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Guatemala: expulsion of CICIG must be immediately reversed

Transparency International condemns in the strongest possible terms Guatemalan President Jimmy Morales’s decision to expel the International Commission Against Impunity in Guatemala, (CICIG) the UN-sponsored body charged with assisting national corruption investigations, and urges the Constitutional Court of Guatemala to block this attempt. Working with national authorities since 2007, the International Commission has had significant success in prosecuting numerous high-level corruption cases, and has received strong support for its work from Guatemalan citizens.

On Sunday, Yilen Osorio, a Colombian representative of CICIG was temporarily denied entry to the country. Following pressure from the Guatemalan public and national and international media, Osorio was later allowed entry. On Monday, President Morales unilaterally declared the agreement with the United Nations which was the basis for establishing CICIG to be terminated and gave all CICIG officials twenty-four hours to leave the country, in a move that has been condemned by UN Secretary-General António Guterres and deemed unconstitutional by commentators.

Delia Ferreira Rubio, Chair of Transparency International, said:

“The actions of the Guatemalan government are a blatant confrontation with the Constitutional Court, the Office of the Public Prosecutor as well as the United Nations. It is aimed at securing impunity and crippling the work of the CICIG, which has been vital in the fight against corruption in the country. Regrettably, these actions by the Guatemalan government jeopardizes the rule of law and are a clear step backwards for Guatemala as well as for the region as a whole. We send our support and solidarity to the Guatemalan people. These are crucial hours in the fight for justice and freedom. Corruption will not end as long as impunity exists."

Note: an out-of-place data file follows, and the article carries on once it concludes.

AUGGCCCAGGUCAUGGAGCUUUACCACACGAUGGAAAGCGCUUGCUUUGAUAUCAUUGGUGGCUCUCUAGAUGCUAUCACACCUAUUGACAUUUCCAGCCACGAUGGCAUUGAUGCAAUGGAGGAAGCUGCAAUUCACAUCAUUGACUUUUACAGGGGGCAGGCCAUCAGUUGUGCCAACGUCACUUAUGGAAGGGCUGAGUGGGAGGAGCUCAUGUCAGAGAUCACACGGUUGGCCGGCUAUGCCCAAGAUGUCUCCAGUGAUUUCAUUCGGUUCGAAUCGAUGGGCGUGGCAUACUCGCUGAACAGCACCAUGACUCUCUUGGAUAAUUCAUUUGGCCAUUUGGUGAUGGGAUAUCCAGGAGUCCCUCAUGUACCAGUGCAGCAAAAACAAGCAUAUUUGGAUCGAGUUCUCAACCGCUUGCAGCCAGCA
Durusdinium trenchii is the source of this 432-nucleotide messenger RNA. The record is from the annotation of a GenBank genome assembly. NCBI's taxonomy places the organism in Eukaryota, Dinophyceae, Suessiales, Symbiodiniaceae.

Acción Ciudadana, Transparency International’s national chapter in Guatemala, presented yesterday night two legal actions to the Constitutional Court. The first indentifies the crimes committed by President Morales, of violating the Constitution and disobeying the rulings of the Court. The second demands the resignation of the Minister of Foreign Affairs, Sandra Jovel, and further public officials who have disobeyed and opposed the resolutions of the Constitutional Court, so that legal investigations can be initiated against them. Apart from this, Acción Ciudadana has also called for active participation from citizens and civil society groups of Guatemala to ensure that CICIG can continue to fulfil its important mandate for ending impunity.

Morales’s decision is the continuation of a series of attempts by the president and his allies to stop the fight against corruption, reduce freedom of expression and constrain civil society organisations in Guatemala. Manfredo Marroquin, President of Acción Ciudadana, was the victim of political harassment by the Congress of the Republic in April 2018. In August 2018, President Morales ended CICIG’s mandate, meaning it would expire in September 2019.

The international community, including the United States as a key donor to CICIG, must support the commission in its fight against impunity for corruption in Guatemala, and work to promote the accountability and rule of law that are vital for stability in Guatemala and its region.


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Michael Hornsby
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